Clinical utility of the Rey 15-Item Test, recognition trial, and error scores for detecting noncredible neuropsychological performance in a mixed clinical sample of veterans

K. Chase Bailey, Jason R. Soble, Justin J.F. O’Rourke

Research output: Contribution to journalArticle

10 Citations (Scopus)

Abstract

Objective: This cross-sectional study examined the Rey 15-Item Test (RFIT), Recognition Trial, and Error Scores for identifying noncredible performance in a mixed clinical veteran sample compared to another widely used validity measure, the Test of Memory Malingering (TOMM). Method: Sixty-two veterans who completed the RFIT (Recall/Recognition Trials), TOMM, and Word Memory Test (WMT) during clinical evaluation were included. Using the WMT as the criterion, 71% (N = 44) were classified as valid and 29% (N = 18) as invalid. Results: Among valid participants, 25% failed the RFIT Recall, whereas 78% of invalid participants passed (sensitivity: 22%; specificity: 75%; diagnostic odds ratio [DOR]:.86). The Recognition Trial increased sensitivity to 39% for identifying invalid performance, but 25% of valid participants still scored below cut-off (specificity: 75%; DOR: 1.91). RFIT Recall and Recognition Trial logistic regression and receiver operating characteristic (ROC) analyses were nonsignificant, with respective classification accuracies of 71 and 72.6% and areas under the curve (AUCs) of.52 and.55. RFIT Error Scores also failed to differentiate validity groups. In contrast, TOMM had stronger psychometric properties (sensitivity: 50%; specificity: 97.7%; DOR: 43; classification accuracy: 82.3%; AUC:.91). Moreover, RFIT Recall and Recognition failure rates were 14 and 22% greater, respectively, among those with cognitive impairment, whereas 95% of those with impairment and 100% without passed the TOMM. Conclusion: Despite frequent use among VA neuropsychologists, the RFIT displayed limited ability to detect noncredible performance and misclassified a large percentage of valid participants in this mixed clinical veteran sample, suggesting limited utility with this population.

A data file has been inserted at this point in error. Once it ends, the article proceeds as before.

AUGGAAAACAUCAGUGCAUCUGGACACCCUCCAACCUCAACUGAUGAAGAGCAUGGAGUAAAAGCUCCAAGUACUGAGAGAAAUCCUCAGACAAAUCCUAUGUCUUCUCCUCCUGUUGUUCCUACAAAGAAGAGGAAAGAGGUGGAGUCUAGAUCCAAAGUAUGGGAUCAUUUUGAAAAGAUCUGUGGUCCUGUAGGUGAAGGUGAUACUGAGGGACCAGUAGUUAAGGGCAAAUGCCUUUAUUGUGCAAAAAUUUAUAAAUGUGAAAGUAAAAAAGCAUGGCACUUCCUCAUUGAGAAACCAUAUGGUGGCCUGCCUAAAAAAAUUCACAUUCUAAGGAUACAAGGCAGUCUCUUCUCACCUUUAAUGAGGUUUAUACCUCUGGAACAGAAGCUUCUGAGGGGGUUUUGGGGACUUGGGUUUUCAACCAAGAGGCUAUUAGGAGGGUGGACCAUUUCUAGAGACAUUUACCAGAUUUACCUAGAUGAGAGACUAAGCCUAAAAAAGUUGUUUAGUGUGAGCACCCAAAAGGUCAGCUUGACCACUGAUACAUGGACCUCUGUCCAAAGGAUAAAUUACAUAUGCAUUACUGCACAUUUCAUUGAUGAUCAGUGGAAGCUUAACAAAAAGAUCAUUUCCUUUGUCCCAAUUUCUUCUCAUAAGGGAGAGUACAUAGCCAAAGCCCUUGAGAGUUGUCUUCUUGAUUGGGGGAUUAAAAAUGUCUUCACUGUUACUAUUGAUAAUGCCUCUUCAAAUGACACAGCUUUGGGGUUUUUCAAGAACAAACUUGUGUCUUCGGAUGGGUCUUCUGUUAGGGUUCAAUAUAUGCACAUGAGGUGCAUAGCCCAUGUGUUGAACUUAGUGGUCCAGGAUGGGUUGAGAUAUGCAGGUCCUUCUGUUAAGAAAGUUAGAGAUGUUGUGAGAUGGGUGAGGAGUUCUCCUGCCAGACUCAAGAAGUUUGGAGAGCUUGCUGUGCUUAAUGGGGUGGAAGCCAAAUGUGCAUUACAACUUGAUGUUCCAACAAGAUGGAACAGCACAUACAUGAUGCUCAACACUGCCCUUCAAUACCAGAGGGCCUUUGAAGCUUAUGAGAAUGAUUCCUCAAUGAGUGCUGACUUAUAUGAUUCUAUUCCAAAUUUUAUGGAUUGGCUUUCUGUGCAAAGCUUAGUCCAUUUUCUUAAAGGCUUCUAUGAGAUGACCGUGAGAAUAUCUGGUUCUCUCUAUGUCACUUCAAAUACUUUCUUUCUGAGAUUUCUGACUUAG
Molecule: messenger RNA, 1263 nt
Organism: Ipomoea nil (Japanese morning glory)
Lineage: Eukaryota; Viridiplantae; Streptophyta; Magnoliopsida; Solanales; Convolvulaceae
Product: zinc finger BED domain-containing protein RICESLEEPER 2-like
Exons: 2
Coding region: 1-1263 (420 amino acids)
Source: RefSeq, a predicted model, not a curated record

Original languageEnglish (US)
Pages (from-to)119-131
Number of pages13
JournalClinical Neuropsychologist
Volume32
Issue number1
DOIs
StatePublished - Jan 2 2018

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Veterans
Malingering
Odds Ratio
Area Under Curve
Aptitude
Psychometrics
ROC Curve
Recognition (Psychology)
Cross-Sectional Studies
Logistic Models
Population
Specificity
Diagnostics

Keywords

  • Performance Validity Assessment
  • psychometrics
  • Rey 15-Item Test
  • Test of Memory Malingering (TOMM)
  • veterans

ASJC Scopus subject areas

  • Neuropsychology and Physiological Psychology
  • Developmental and Educational Psychology
  • Clinical Psychology
  • Arts and Humanities (miscellaneous)
  • Psychiatry and Mental health

Cite this

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title = "Clinical utility of the Rey 15-Item Test, recognition trial, and error scores for detecting noncredible neuropsychological performance in a mixed clinical sample of veterans",